So does the group still get along as well as it once did?

We see less of Dave, certainly, and he's kind of fallen out of the sphere of our group, mostly because he's working on his show, and has kind of lost the fun of the party. But after this last year and dealing with the studio, the rest of us are closer than we've ever been.

Was Brain Candy designed as a "just say no to drugs" movie?

Actually, it was written at a time when a lot of people we knew were getting picked off by Prozac. People kept turning up, saying, "Sure, I'm on it. And I'm feeling better now, and I'm sleeping better, my appetite's better, and I'm.... umm.... as creative.... I think." Even Scott (Thompson) was considering getting on Prozac, but then he was like, "I'm not fucking taking it! I'm depressed some days, and I'm really happy other days! So WHAT?!"

So I think the idea was more "just say no to the proverbial notion of always being happy." That's the American dream, you know. Everything should be a day on the beach and you should always be happy, and if you're sad, then that's weird. Life isn't about feeling just one thing. And that's part of the troupe's outlook; darkness is part of life, and it's part of the beauty of life, too.

Well, the movie does have it's share of dark humor. At certain points, I kept my hand over my mouth because I didn't want anyone to hear me laughing. Like the "Cancer Boy" section. . .

Yeah, we've gotten a lot of questions about Cancer Boy. At one press conference where there were about 100 journalists, the first question was, "What's up with Cancer Boy, and who the fuck do you think you are?" I guess people felt we were trying to push it as far as we could, or make fun of Cancer Boy. But in a sense, he's the heart of what our work is all about. Cancer Boy probably has the saddest, noblest, sweetest heart of any character I've ever done.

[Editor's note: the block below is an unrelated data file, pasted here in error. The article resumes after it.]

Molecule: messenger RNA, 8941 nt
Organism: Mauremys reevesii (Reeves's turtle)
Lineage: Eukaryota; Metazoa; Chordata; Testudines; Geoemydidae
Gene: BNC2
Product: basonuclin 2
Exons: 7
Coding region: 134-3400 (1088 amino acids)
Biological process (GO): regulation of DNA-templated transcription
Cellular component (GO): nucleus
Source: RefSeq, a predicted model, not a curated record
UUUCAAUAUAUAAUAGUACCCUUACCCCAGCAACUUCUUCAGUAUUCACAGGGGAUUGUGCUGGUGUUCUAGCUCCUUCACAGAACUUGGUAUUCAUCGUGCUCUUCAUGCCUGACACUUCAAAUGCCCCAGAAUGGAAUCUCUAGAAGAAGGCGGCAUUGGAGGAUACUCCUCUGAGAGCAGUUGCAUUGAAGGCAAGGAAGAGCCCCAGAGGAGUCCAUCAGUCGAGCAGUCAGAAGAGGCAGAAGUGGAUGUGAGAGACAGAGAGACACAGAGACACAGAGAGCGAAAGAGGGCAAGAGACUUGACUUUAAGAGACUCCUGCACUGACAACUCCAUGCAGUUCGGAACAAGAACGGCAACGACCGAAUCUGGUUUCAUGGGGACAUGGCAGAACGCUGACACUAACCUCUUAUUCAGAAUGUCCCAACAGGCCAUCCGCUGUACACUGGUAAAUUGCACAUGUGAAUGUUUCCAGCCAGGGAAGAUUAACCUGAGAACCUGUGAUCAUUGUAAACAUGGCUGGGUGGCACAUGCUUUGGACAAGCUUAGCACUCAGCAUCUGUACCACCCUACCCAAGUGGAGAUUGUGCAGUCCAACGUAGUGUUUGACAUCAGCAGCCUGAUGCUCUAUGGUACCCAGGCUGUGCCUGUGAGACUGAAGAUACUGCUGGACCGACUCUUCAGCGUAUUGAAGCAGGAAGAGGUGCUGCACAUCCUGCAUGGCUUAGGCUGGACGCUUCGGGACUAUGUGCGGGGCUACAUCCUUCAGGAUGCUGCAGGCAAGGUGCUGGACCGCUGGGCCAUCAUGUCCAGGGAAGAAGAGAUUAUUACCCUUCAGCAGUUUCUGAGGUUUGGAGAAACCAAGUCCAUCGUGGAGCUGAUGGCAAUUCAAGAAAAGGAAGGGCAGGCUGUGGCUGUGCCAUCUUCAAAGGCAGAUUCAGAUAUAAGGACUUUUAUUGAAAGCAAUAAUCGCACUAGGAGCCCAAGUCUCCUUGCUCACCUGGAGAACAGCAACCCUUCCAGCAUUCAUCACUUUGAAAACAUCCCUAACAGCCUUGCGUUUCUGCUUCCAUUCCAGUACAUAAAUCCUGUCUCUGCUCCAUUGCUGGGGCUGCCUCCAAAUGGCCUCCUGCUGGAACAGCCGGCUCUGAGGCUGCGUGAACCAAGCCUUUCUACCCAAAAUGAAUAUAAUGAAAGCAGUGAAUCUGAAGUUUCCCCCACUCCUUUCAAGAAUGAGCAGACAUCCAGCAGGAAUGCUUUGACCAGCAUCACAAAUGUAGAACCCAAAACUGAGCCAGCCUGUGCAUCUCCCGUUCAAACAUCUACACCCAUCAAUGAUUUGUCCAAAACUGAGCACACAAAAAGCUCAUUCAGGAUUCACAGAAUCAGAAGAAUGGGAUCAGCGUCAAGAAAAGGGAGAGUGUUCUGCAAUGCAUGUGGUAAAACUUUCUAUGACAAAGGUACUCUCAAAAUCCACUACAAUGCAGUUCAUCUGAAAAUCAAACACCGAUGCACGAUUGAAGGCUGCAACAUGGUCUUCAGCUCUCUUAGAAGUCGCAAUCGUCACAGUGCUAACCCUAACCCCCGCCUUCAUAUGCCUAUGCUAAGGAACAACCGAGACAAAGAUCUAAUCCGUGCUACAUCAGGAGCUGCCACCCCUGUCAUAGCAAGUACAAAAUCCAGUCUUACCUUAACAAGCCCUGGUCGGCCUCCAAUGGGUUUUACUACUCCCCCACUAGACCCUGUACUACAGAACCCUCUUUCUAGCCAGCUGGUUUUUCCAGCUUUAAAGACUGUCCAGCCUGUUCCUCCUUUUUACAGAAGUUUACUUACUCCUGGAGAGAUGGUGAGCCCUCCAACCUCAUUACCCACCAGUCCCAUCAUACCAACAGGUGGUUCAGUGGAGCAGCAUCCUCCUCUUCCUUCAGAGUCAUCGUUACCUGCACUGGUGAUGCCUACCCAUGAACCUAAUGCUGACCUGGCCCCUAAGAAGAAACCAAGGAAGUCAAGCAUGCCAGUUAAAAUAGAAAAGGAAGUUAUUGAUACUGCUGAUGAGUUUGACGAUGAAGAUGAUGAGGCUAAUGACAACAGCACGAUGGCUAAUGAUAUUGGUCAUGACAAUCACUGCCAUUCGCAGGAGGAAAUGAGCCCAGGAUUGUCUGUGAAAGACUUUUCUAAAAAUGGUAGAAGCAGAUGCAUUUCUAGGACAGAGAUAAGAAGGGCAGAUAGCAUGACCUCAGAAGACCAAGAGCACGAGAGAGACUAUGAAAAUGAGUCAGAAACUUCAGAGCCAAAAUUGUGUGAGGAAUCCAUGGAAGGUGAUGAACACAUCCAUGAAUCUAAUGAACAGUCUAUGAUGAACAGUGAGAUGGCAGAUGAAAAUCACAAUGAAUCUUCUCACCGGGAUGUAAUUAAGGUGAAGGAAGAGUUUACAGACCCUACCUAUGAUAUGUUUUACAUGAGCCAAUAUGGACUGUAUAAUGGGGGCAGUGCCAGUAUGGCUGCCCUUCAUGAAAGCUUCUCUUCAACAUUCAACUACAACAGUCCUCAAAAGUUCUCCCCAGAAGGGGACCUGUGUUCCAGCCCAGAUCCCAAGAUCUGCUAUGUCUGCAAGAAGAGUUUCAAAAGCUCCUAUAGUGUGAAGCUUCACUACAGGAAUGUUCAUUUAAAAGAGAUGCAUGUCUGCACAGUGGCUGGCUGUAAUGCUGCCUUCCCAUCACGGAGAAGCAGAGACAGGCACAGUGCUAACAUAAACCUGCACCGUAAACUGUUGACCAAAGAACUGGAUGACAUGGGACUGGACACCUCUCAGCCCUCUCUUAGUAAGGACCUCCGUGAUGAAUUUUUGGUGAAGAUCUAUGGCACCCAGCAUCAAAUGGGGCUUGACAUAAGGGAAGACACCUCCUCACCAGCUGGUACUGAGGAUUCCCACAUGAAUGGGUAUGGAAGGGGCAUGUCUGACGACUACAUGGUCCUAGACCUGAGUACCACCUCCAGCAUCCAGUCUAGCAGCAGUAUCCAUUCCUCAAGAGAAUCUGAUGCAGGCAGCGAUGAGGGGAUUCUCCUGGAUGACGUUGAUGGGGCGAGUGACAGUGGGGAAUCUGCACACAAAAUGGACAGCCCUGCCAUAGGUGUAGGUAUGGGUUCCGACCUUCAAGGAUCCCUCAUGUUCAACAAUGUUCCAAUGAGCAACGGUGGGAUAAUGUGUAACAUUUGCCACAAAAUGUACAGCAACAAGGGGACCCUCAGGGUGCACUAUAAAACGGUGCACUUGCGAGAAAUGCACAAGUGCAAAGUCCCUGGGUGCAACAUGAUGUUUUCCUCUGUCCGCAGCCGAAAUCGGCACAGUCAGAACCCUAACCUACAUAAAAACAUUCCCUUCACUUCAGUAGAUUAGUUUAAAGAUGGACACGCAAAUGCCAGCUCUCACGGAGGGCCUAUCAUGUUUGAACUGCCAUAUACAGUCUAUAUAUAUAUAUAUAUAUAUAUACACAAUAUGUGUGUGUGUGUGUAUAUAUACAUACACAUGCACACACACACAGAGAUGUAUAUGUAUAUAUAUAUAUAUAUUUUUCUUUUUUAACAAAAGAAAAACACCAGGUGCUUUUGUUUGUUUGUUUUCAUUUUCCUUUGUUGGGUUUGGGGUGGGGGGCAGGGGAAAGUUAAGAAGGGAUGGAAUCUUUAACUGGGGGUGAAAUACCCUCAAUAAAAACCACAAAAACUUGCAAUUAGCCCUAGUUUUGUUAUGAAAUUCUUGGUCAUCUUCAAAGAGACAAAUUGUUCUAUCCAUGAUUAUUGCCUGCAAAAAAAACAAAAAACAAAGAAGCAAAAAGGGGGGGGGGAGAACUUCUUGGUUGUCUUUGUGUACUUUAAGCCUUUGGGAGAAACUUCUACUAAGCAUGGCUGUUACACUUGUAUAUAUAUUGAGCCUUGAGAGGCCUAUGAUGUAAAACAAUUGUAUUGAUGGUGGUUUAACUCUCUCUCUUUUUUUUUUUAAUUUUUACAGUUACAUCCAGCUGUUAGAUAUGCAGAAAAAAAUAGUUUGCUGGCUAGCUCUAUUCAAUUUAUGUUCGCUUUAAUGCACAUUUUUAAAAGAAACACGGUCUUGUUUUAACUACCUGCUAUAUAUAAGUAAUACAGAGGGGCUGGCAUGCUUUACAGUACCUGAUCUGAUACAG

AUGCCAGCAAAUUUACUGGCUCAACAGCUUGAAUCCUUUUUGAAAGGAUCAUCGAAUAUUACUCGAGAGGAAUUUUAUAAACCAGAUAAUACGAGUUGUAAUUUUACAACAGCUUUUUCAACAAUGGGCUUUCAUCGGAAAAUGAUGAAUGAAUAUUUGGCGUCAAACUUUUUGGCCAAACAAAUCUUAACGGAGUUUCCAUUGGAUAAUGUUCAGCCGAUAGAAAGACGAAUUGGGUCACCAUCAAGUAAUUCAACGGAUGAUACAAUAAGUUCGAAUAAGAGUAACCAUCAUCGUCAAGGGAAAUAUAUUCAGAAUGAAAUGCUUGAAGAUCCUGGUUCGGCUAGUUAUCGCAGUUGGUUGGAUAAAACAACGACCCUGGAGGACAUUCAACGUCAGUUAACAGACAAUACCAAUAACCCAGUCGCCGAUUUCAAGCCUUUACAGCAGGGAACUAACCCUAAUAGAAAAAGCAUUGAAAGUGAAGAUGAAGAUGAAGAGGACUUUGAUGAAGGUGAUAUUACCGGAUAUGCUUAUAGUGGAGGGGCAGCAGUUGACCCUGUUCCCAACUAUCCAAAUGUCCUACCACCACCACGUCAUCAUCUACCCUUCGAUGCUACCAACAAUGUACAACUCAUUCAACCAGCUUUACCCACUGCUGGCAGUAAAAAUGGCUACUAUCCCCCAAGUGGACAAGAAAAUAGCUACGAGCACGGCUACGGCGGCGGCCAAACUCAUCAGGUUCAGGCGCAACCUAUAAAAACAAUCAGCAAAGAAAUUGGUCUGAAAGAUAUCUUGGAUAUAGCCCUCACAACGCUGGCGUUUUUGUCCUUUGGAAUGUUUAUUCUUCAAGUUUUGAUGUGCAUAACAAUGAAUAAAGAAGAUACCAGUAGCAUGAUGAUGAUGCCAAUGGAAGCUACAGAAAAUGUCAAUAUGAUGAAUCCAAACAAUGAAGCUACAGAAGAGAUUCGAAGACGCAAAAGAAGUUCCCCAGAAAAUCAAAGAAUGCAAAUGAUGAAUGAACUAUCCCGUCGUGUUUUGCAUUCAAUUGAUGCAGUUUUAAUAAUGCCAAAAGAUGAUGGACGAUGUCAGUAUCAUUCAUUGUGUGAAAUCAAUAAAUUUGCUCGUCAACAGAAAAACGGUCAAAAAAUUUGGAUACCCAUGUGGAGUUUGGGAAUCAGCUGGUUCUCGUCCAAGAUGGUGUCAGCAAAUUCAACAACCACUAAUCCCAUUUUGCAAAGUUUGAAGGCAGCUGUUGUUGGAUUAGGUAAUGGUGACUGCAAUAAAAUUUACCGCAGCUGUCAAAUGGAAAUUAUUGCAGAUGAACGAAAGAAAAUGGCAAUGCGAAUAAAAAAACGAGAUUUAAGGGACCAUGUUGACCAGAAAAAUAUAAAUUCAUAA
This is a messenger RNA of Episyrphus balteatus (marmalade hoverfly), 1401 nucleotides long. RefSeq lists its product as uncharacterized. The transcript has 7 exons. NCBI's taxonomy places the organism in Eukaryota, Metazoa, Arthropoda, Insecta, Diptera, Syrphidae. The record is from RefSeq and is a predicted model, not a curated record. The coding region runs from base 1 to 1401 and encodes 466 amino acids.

To me it's all about sports celebrities doing photo-ops with cancer kids. If you have cancer you get to see Wayne Gretsky, but if you're just "sorta sick^?" What, do you get a photo opportunity with a guy on the third line? It was more about the cynicism of the sympathy industry. We understand why we put him in the movie. Sure, it's savage in a way, and it's certainly not politically correct, but hey, bring on the noise!

You guys probably get compared to Monty Python a lot. . .

and R.E.M.

Well, yes. But your work always seems to be more character driven than doing funny walks and saying "Neep!"

We're certainly not averse to stupid ideas. Part of me likes stupid ideas, like "flying pig" or toast fucking. Now,that's a stupid idea! But what really drives us is the characters. The assistant bank manager who's an asshole, so everybody hides food from him, or a guy obsessed with pens. . . it's a character world.

Do you think you guys are good representatives of Canada? You're all obviously nice people, but you're also really disturbingly bent.

Yeah, we're sweet but savage, and I think a lot of Canadians are that way. But it's like looking at the Oriental culture, where everyone says, "Oh those people are so nice^" which they are, but because they're smiling and nice to you doesn't mean they don't think you're a fucking asshole because you're complaining about the room service in your hotel.

Seems you guys deal a lot with facades, or how people hide what they feel and want. . .

That always interests me, people's private and public lives, and that's why I like doing things like getting on the phone when a reporter comes in and screaming, "Where's that fucking coffee I ordered?!" because while I hope this interview is a good representation of me, it's still feels like I'm applying for a job.

[Humphrey, Steven. "Sugar and Malice." The Stranger. April 10-16, 1996. p 10.]



 Trista Lycosky